Jay Shirley

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The Daily Practice

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Win once, or pivot trying.

Published: 09 Sep 2012

I read something that struck a nerve with me. I immediately felt anger and anxiety, with a cold sweat starting to form on my neck. What horror was this? It was about pivoting. What startups do when they run out of steam. Except this article was encouraging it. Keep pivoting until you are profitable. Eghads!

Pivoting is the opposite of clarification and focus. It’s discarding evolution in favor of revolution. Evolution is absolutely required for a business to survive and grow. Pivoting in many cases is simply starting over. A drastic revolution is forced; and revolutions are so often fueld with desperation. This is why it bothers me.

This isn’t about money.

Too many bad entrepreneurs are in it for the money. They want to work hard for 4-10 years and cash in, riding it out for the rest of their life. That isn’t me, and I don’t think anybody who creates truly successful companies is in that boat either. I can’t think of anybody who has created something great that wasn’t already financially sound. Even the illustrious Zuck, well, he was at Harvard. Nobody at Harvard worries about their long term finances.

I’m doing this journey to create a product I’m very happy building and using. There are many opportunities for products. Too many, in fact. The world is entirely unexplored, and with software there is no limit. We simply don’t know what products we need yet.

The world gets bigger and smaller every day. I’m more connected than ever before, but new possibilities are created daily. As such, I fervently believe that any product I would pay for will be a sustainable business. I believe this because I read Purple Cow and Malcom Gladwell books. I am not alone and there are enough people similar to me to make a business out of my own tastes.

This knowledge is a blanket of security. It doesn’t mean challenges aren’t present and knowledge evaporates difficulties. I simply must learn to market to myself correctly. While that may be an insurmountable challenge for myself, someone else should be more successful. Rarely are companies successful with just one person. In short, I believe that the business I’m working to build is sustainable. That as a truth in my world.

But what if, during this journey, my livelihood isn’t sustainable? What if I really need money to continue? I have a family to support, afterall.

Enter the siren song of the pivot.

What if…?

I don’t ever want to “sell out” on what I’m working on. I want to always focus on improvement. I have some excellent ideas for bringing this into the business to business sector, but am still laying the foundations. As the days tick by, I think about hastening this. It would be premature.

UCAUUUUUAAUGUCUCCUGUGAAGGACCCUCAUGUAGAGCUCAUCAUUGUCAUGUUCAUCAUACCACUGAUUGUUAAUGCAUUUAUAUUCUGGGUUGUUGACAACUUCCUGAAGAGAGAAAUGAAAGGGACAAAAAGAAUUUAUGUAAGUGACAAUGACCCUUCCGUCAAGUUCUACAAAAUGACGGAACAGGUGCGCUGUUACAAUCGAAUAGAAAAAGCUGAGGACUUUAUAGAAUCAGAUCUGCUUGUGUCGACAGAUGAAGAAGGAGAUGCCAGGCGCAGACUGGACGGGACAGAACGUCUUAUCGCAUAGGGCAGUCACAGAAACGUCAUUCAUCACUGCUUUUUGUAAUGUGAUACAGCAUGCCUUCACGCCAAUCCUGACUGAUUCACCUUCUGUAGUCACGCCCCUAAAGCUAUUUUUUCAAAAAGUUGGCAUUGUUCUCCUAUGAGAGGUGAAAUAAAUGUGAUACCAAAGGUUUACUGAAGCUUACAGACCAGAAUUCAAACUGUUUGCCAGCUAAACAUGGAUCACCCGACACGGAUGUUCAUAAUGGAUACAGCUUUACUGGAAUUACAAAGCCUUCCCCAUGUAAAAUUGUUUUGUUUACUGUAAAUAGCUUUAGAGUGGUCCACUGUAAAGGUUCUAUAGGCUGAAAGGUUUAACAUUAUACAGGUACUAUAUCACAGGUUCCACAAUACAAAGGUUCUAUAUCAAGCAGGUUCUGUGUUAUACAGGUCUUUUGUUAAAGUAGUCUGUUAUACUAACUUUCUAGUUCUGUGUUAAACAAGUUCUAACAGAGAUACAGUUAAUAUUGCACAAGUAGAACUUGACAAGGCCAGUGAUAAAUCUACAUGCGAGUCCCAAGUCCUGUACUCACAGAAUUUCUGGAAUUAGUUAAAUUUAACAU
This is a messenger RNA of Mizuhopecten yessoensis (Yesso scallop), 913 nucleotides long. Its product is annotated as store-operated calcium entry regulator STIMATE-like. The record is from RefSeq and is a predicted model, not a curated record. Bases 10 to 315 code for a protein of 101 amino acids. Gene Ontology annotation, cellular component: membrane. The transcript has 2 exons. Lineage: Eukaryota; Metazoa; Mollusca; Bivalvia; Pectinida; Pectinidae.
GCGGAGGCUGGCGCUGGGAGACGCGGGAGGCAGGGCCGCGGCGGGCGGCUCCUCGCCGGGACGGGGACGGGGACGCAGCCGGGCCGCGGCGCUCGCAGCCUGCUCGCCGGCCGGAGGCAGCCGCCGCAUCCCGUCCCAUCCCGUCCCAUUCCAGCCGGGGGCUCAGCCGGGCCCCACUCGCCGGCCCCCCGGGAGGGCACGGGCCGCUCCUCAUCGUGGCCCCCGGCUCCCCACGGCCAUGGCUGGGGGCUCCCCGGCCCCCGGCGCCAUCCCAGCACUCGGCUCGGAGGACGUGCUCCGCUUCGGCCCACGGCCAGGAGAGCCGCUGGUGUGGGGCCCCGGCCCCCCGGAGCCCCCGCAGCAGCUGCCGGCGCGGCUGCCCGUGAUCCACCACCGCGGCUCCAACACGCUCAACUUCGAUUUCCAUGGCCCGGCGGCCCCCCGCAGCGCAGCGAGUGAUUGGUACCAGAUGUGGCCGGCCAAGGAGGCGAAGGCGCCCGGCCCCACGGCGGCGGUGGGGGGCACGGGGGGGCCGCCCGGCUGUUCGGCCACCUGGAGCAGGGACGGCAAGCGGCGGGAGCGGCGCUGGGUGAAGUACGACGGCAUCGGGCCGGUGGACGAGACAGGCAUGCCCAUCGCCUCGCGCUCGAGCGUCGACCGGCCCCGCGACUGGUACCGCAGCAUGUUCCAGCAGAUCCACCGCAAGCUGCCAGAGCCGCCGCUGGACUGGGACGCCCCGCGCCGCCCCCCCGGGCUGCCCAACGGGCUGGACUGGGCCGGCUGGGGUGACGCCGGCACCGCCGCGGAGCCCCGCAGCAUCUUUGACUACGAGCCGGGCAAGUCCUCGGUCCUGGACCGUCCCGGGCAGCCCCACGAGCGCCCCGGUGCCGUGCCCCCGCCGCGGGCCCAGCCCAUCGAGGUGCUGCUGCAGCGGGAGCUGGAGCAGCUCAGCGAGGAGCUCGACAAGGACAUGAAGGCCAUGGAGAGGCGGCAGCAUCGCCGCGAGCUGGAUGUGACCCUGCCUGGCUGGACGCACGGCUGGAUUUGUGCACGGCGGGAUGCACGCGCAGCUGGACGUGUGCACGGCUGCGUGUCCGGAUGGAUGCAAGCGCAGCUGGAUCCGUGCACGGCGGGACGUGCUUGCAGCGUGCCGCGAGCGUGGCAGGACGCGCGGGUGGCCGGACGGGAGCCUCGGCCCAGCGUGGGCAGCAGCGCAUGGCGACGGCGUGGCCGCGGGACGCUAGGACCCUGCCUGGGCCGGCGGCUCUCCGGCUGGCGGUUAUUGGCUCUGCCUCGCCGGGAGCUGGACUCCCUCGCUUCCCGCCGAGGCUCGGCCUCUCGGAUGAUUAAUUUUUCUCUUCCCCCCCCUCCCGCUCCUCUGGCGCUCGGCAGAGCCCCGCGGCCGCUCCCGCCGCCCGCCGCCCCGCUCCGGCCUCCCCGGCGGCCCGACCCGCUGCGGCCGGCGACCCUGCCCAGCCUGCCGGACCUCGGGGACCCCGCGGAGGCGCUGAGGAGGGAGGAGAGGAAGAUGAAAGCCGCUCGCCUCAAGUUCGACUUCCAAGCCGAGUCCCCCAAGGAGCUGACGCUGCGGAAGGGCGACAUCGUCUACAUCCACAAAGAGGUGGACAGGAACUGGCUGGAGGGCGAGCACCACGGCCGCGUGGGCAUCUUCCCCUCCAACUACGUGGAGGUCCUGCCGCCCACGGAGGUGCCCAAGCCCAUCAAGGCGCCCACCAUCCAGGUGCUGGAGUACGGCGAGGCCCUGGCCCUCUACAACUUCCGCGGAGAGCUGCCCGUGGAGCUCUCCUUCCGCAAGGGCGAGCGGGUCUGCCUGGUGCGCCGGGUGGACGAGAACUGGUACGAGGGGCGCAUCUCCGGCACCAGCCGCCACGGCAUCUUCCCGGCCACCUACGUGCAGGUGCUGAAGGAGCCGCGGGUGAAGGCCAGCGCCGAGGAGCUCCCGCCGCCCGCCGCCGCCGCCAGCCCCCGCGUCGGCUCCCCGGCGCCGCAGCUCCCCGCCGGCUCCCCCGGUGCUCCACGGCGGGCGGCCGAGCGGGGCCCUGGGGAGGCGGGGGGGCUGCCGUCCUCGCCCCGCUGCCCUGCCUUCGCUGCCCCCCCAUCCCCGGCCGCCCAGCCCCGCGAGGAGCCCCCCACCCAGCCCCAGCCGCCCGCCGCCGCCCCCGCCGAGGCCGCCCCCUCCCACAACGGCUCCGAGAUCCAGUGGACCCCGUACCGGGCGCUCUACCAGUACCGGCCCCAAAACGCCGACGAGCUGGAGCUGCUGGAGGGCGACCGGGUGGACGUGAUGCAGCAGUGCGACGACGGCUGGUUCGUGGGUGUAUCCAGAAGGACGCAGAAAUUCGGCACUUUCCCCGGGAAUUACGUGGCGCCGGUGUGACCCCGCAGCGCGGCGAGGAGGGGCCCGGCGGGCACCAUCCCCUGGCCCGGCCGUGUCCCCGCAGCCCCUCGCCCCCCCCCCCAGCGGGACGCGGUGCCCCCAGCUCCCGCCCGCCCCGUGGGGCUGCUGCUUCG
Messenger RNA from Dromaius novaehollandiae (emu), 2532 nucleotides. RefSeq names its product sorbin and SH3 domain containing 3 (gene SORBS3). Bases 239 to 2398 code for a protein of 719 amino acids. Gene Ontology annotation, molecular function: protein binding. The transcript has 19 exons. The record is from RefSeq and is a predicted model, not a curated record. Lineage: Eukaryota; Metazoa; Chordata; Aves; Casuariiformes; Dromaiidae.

Then I think about some what if’s. What if someone wanted to come along and change things. What if my idea just needed a few tweaks to get some revenue now, and in the process changes the entire idea and focus. It’s no longer mine. I wouldn’t care. Gradually and steadily my passion would wane and I would get burnt out. Nobody gets burned out working on what they love. That’s the biggest risk with a pivot I see. Passion is a hidden casualty.

Opportunities can be missed.

The fear and lack of confidence can easily create a mindset where one believes every opportunity must be seized. I stay away from that, and run in the opposite direction. I only need to catch one opportunity. The right opportunity will cascade and create countless more. Choose wisely and never worry again.

Of course, there is now more pressure on choosing. The gained freedom from not feeling compelled to pick is worth it. Through the years, I’ve figured out the right balance for me:

Invest enough time to decide something is wrong, but not enough time to justify the decision.

I trust my intuition and gut feelings. I trust my business is sustainable and I trust in the knowledge I only need to be successful with one opportunity.

But only one!?

I was reading Patriot Games a few years ago. There is a very powerful statement in that book. The enemy needs to only win once, but the defense must win every time. Starting up a company is like that. We’re the bad guys in this story. If we choose our targets correctly, that one successful mission is all we need.

Target sparingly and specifically.

Be committed and succeed, we only need to do it once.